[COLUMN] Death by COVID-19

As much as one might be prepared for the death of a dear friend or a close relative, we are never ready to receive such news.

Over the weekend, I received a Viber message from a family friend that read, “Hi Eric, just to inform you that Rod (not his real name) passed away due to COVID. It happened very fast. When he learned that he was exposed to a COVID positive staff member, he immediately took a swab test and the results turned out positive. He was then advised by his doctors to head straight to the hospital but after a day of confinement, his condition worsened and Rod passed away the following day. In five days, he was gone.”

That news was really heartbreaking but I was not surprised. Many of our relatives, friends, partners, clients and colleagues have passed on because of COVID. These deaths are really getting close to home and we are very lucky we are alive! But Rod’s death is somewhat different. He was a very good friend of 20 years. We shared many stories together from overcoming the Asian and global financial meltdown to navigating his way out of a severe debt crisis. In short, he always managed to come out of the hole bruised but unbroken.

Our friendship started when he invited me to be his strategic adviser for a couple of years. Eventually he also requested me to be a member of his Executive Committee. In our free time, Rod would ask me for advice on family governance. The last time we met was a few months before the pandemic when he excitedly called me if I can spare an hour over dinner so he can update me of his new initiatives. When we finally met, he introduced his son and showed me a map and typical of an old fashioned visionary, went ahead in explaining his plans even before ordering our food, “Prof, I know your schedule is full but I have two things to asked: help me realize my vision of a future master planned development and more importantly, mentor my son, he just graduated from university with honors.” Knowing Rod to be passionate about his plans, I told him, ‘When you’re ready, I will help you.” He was happy with my response. I also promised him that I will find time to set up a team to make his vision a reality.

Months ahead and at the height of the pandemic, we would exchange calls and text messages without fail. But these last few weeks, I sensed something. Rod was no longer reacting or responding to my short messages. As I write this article, I still can’t believe Rod is gone. He was a maverick entrepreneur who embodied the values of never giving up and putting others first. His entrepreneurial spirit will live on in the company he built, the numerous worthy causes he quietly and generously supported and the lives he touched. Rod’s creativity, grit and habit of taking bold risks, noting that he “gladly shared the results” to close friends whenever they paid off. Rod’s death though was sudden and my sympathies to the family as I know they are overwhelmed, unprepared and grieving in this uncertain time.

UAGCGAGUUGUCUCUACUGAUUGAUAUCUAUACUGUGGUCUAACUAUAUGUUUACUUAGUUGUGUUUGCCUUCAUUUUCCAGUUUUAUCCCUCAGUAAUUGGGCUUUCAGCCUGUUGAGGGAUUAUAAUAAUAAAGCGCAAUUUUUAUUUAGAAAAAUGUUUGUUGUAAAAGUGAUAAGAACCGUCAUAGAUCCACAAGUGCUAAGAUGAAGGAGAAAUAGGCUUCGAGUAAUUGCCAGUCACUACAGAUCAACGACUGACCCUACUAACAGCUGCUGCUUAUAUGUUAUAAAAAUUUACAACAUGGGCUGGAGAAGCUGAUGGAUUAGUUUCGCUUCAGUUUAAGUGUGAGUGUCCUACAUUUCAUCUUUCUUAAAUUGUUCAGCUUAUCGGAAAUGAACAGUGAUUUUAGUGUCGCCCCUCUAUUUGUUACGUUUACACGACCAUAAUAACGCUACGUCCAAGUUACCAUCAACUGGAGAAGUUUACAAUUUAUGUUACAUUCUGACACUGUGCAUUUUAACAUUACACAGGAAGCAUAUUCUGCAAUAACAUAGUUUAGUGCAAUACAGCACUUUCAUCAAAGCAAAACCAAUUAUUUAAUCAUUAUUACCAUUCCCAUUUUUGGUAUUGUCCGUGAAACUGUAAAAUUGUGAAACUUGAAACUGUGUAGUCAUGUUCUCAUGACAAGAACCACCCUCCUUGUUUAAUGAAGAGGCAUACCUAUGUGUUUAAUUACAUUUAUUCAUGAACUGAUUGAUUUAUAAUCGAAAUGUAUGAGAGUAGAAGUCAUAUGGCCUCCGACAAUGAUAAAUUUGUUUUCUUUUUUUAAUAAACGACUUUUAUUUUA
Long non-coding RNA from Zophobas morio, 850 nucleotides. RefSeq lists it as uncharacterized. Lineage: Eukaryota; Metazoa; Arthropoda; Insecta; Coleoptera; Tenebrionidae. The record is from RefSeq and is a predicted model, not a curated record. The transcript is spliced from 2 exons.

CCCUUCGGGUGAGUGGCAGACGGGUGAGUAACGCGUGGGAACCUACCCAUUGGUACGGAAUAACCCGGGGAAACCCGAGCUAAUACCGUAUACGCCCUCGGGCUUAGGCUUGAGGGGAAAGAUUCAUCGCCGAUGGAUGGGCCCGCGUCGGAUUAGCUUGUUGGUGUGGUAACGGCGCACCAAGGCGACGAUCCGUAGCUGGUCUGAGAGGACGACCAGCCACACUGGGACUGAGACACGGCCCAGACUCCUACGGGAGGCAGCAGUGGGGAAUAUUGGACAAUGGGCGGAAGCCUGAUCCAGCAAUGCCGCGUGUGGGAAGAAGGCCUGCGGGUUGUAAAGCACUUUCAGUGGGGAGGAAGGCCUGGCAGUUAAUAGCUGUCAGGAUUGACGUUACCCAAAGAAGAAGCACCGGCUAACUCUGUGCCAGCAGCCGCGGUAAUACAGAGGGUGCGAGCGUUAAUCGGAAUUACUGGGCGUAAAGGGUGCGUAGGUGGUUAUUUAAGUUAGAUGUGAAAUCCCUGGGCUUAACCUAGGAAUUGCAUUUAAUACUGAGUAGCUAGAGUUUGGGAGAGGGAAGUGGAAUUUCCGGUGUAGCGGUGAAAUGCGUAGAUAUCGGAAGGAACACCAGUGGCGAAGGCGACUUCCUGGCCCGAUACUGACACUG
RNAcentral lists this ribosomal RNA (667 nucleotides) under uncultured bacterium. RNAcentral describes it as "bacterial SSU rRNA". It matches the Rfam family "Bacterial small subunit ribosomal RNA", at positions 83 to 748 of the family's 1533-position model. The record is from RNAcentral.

My biggest fear is what will happen to Rod’s business? Did he prepare a transition plan? Are arrangements in place to cover this eventuality and does every member of the family  know about these plans? What effect will the death have on the business? Without a semblance of a succession plan,  Rod’s widow, children, employees and the business itself will be in for a hard landing. It is not only scary but too daunting to think of a likely scenario where the business owner dies without planning the future of the enterprise. The death of a key family figure is too much to bear for family members who are caught unprepared.

To be continued…

The opinions, beliefs and viewpoints expressed by the author do not necessarily reflect the opinions, beliefs and viewpoints of the Asian Journal, its management, editorial board and staff.

Professor Enrique M. Soriano is the chair and professor of Global Marketing at the Ateneo Graduate School Of Business. He has held key positions in a number of Asia–based corporations such as Group CEO of The Belo Medical Group, CEO of Intelligent Skin Care, Inc., Chairman Of Publicly Listed Empire East Suntrust Developers, and Country President and CEO of Singapore-based Electronic Realty Associates, Inc.

Professor Enrique Soriano

Professor Enrique M. Soriano is the Chair and Professor of Global Marketing at the Ateneo Graduate School of Business. He has held key positions in a number of Asia – based corporations such as Group CEO of the Belo Medical Group, CEO of Intelligent Skin Care, Inc., Chairman of publicly listed Empire East Suntrust Developers, and Country President and CEO of Singapore based Electronic Realty Associates, Inc.

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